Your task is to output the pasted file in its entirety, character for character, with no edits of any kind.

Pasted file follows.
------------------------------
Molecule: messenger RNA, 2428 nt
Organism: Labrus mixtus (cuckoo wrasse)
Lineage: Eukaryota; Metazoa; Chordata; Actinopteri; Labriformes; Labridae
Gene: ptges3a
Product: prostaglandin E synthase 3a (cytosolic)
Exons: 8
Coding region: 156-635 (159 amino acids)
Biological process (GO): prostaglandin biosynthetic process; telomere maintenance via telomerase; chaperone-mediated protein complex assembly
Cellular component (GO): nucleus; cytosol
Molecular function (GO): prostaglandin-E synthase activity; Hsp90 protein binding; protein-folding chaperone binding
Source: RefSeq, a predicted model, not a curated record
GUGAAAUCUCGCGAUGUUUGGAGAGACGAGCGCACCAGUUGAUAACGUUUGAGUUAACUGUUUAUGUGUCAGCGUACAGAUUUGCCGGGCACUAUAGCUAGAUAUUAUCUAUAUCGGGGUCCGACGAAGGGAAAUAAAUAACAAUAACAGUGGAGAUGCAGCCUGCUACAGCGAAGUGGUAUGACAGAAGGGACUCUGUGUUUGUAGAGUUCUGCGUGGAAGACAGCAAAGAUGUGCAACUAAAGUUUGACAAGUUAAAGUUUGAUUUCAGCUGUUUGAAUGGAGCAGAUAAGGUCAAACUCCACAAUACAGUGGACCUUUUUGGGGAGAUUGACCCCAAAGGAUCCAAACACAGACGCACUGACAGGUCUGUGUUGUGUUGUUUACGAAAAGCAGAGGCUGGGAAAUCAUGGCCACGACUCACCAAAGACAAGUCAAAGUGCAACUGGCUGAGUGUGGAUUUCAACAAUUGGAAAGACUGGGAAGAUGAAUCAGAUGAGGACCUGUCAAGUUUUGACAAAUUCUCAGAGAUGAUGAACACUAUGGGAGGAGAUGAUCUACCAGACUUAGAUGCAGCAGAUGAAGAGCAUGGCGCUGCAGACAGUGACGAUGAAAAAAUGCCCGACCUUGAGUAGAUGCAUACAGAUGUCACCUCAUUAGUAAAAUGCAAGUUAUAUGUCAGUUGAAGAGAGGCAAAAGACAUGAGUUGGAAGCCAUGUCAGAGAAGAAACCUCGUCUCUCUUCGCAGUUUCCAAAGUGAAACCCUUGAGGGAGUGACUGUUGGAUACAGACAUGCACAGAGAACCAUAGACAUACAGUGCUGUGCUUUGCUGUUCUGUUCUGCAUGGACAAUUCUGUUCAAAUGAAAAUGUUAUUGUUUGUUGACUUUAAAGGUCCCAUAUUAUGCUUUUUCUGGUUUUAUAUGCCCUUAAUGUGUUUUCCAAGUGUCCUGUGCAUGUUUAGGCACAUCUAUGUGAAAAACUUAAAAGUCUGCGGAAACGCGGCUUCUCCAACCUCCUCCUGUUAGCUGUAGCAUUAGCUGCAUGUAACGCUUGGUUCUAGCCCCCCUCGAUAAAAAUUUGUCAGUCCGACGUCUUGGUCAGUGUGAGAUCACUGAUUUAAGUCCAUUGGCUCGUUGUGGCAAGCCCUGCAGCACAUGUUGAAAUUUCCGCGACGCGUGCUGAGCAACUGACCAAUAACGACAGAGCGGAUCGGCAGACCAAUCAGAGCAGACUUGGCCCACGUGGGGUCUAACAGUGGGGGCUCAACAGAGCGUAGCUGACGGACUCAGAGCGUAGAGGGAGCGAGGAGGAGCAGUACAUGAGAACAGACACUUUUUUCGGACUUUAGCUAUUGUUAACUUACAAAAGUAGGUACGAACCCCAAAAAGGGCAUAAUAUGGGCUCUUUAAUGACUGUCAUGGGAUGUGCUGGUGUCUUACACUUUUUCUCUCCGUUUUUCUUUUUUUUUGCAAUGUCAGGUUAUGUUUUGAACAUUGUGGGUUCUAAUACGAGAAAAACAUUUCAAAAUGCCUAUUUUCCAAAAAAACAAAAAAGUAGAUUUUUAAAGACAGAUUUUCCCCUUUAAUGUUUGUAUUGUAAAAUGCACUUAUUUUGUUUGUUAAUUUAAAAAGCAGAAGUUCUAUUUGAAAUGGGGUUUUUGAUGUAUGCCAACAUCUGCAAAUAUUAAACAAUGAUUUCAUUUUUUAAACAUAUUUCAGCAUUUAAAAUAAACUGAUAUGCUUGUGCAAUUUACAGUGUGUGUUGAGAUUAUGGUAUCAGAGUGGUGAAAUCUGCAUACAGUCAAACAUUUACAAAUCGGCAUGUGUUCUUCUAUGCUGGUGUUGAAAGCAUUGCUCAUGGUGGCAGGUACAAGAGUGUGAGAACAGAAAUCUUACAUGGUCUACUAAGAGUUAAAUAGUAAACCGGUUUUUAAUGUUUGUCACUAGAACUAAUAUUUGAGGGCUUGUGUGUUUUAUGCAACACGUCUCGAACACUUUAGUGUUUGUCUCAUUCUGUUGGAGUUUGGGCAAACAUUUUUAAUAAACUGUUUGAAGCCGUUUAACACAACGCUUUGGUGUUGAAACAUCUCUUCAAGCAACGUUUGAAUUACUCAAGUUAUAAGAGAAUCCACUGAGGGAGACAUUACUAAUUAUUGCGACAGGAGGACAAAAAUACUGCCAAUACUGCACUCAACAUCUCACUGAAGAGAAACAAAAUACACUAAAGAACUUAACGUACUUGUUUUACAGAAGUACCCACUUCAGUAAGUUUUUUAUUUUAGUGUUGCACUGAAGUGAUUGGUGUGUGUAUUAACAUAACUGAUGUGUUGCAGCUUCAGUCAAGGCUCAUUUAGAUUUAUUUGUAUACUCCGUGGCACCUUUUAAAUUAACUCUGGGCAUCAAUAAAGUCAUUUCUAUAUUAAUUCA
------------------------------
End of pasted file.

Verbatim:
Molecule: messenger RNA, 2428 nt
Organism: Labrus mixtus (cuckoo wrasse)
Lineage: Eukaryota; Metazoa; Chordata; Actinopteri; Labriformes; Labridae
Gene: ptges3a
Product: prostaglandin E synthase 3a (cytosolic)
Exons: 8
Coding region: 156-635 (159 amino acids)
Biological process (GO): prostaglandin biosynthetic process; telomere maintenance via telomerase; chaperone-mediated protein complex assembly
Cellular component (GO): nucleus; cytosol
Molecular function (GO): prostaglandin-E synthase activity; Hsp90 protein binding; protein-folding chaperone binding
Source: RefSeq, a predicted model, not a curated record
GUGAAAUCUCGCGAUGUUUGGAGAGACGAGCGCACCAGUUGAUAACGUUUGAGUUAACUGUUUAUGUGUCAGCGUACAGAUUUGCCGGGCACUAUAGCUAGAUAUUAUCUAUAUCGGGGUCCGACGAAGGGAAAUAAAUAACAAUAACAGUGGAGAUGCAGCCUGCUACAGCGAAGUGGUAUGACAGAAGGGACUCUGUGUUUGUAGAGUUCUGCGUGGAAGACAGCAAAGAUGUGCAACUAAAGUUUGACAAGUUAAAGUUUGAUUUCAGCUGUUUGAAUGGAGCAGAUAAGGUCAAACUCCACAAUACAGUGGACCUUUUUGGGGAGAUUGACCCCAAAGGAUCCAAACACAGACGCACUGACAGGUCUGUGUUGUGUUGUUUACGAAAAGCAGAGGCUGGGAAAUCAUGGCCACGACUCACCAAAGACAAGUCAAAGUGCAACUGGCUGAGUGUGGAUUUCAACAAUUGGAAAGACUGGGAAGAUGAAUCAGAUGAGGACCUGUCAAGUUUUGACAAAUUCUCAGAGAUGAUGAACACUAUGGGAGGAGAUGAUCUACCAGACUUAGAUGCAGCAGAUGAAGAGCAUGGCGCUGCAGACAGUGACGAUGAAAAAAUGCCCGACCUUGAGUAGAUGCAUACAGAUGUCACCUCAUUAGUAAAAUGCAAGUUAUAUGUCAGUUGAAGAGAGGCAAAAGACAUGAGUUGGAAGCCAUGUCAGAGAAGAAACCUCGUCUCUCUUCGCAGUUUCCAAAGUGAAACCCUUGAGGGAGUGACUGUUGGAUACAGACAUGCACAGAGAACCAUAGACAUACAGUGCUGUGCUUUGCUGUUCUGUUCUGCAUGGACAAUUCUGUUCAAAUGAAAAUGUUAUUGUUUGUUGACUUUAAAGGUCCCAUAUUAUGCUUUUUCUGGUUUUAUAUGCCCUUAAUGUGUUUUCCAAGUGUCCUGUGCAUGUUUAGGCACAUCUAUGUGAAAAACUUAAAAGUCUGCGGAAACGCGGCUUCUCCAACCUCCUCCUGUUAGCUGUAGCAUUAGCUGCAUGUAACGCUUGGUUCUAGCCCCCCUCGAUAAAAAUUUGUCAGUCCGACGUCUUGGUCAGUGUGAGAUCACUGAUUUAAGUCCAUUGGCUCGUUGUGGCAAGCCCUGCAGCACAUGUUGAAAUUUCCGCGACGCGUGCUGAGCAACUGACCAAUAACGACAGAGCGGAUCGGCAGACCAAUCAGAGCAGACUUGGCCCACGUGGGGUCUAACAGUGGGGGCUCAACAGAGCGUAGCUGACGGACUCAGAGCGUAGAGGGAGCGAGGAGGAGCAGUACAUGAGAACAGACACUUUUUUCGGACUUUAGCUAUUGUUAACUUACAAAAGUAGGUACGAACCCCAAAAAGGGCAUAAUAUGGGCUCUUUAAUGACUGUCAUGGGAUGUGCUGGUGUCUUACACUUUUUCUCUCCGUUUUUCUUUUUUUUUGCAAUGUCAGGUUAUGUUUUGAACAUUGUGGGUUCUAAUACGAGAAAAACAUUUCAAAAUGCCUAUUUUCCAAAAAAACAAAAAAGUAGAUUUUUAAAGACAGAUUUUCCCCUUUAAUGUUUGUAUUGUAAAAUGCACUUAUUUUGUUUGUUAAUUUAAAAAGCAGAAGUUCUAUUUGAAAUGGGGUUUUUGAUGUAUGCCAACAUCUGCAAAUAUUAAACAAUGAUUUCAUUUUUUAAACAUAUUUCAGCAUUUAAAAUAAACUGAUAUGCUUGUGCAAUUUACAGUGUGUGUUGAGAUUAUGGUAUCAGAGUGGUGAAAUCUGCAUACAGUCAAACAUUUACAAAUCGGCAUGUGUUCUUCUAUGCUGGUGUUGAAAGCAUUGCUCAUGGUGGCAGGUACAAGAGUGUGAGAACAGAAAUCUUACAUGGUCUACUAAGAGUUAAAUAGUAAACCGGUUUUUAAUGUUUGUCACUAGAACUAAUAUUUGAGGGCUUGUGUGUUUUAUGCAACACGUCUCGAACACUUUAGUGUUUGUCUCAUUCUGUUGGAGUUUGGGCAAACAUUUUUAAUAAACUGUUUGAAGCCGUUUAACACAACGCUUUGGUGUUGAAACAUCUCUUCAAGCAACGUUUGAAUUACUCAAGUUAUAAGAGAAUCCACUGAGGGAGACAUUACUAAUUAUUGCGACAGGAGGACAAAAAUACUGCCAAUACUGCACUCAACAUCUCACUGAAGAGAAACAAAAUACACUAAAGAACUUAACGUACUUGUUUUACAGAAGUACCCACUUCAGUAAGUUUUUUAUUUUAGUGUUGCACUGAAGUGAUUGGUGUGUGUAUUAACAUAACUGAUGUGUUGCAGCUUCAGUCAAGGCUCAUUUAGAUUUAUUUGUAUACUCCGUGGCACCUUUUAAAUUAACUCUGGGCAUCAAUAAAGUCAUUUCUAUAUUAAUUCA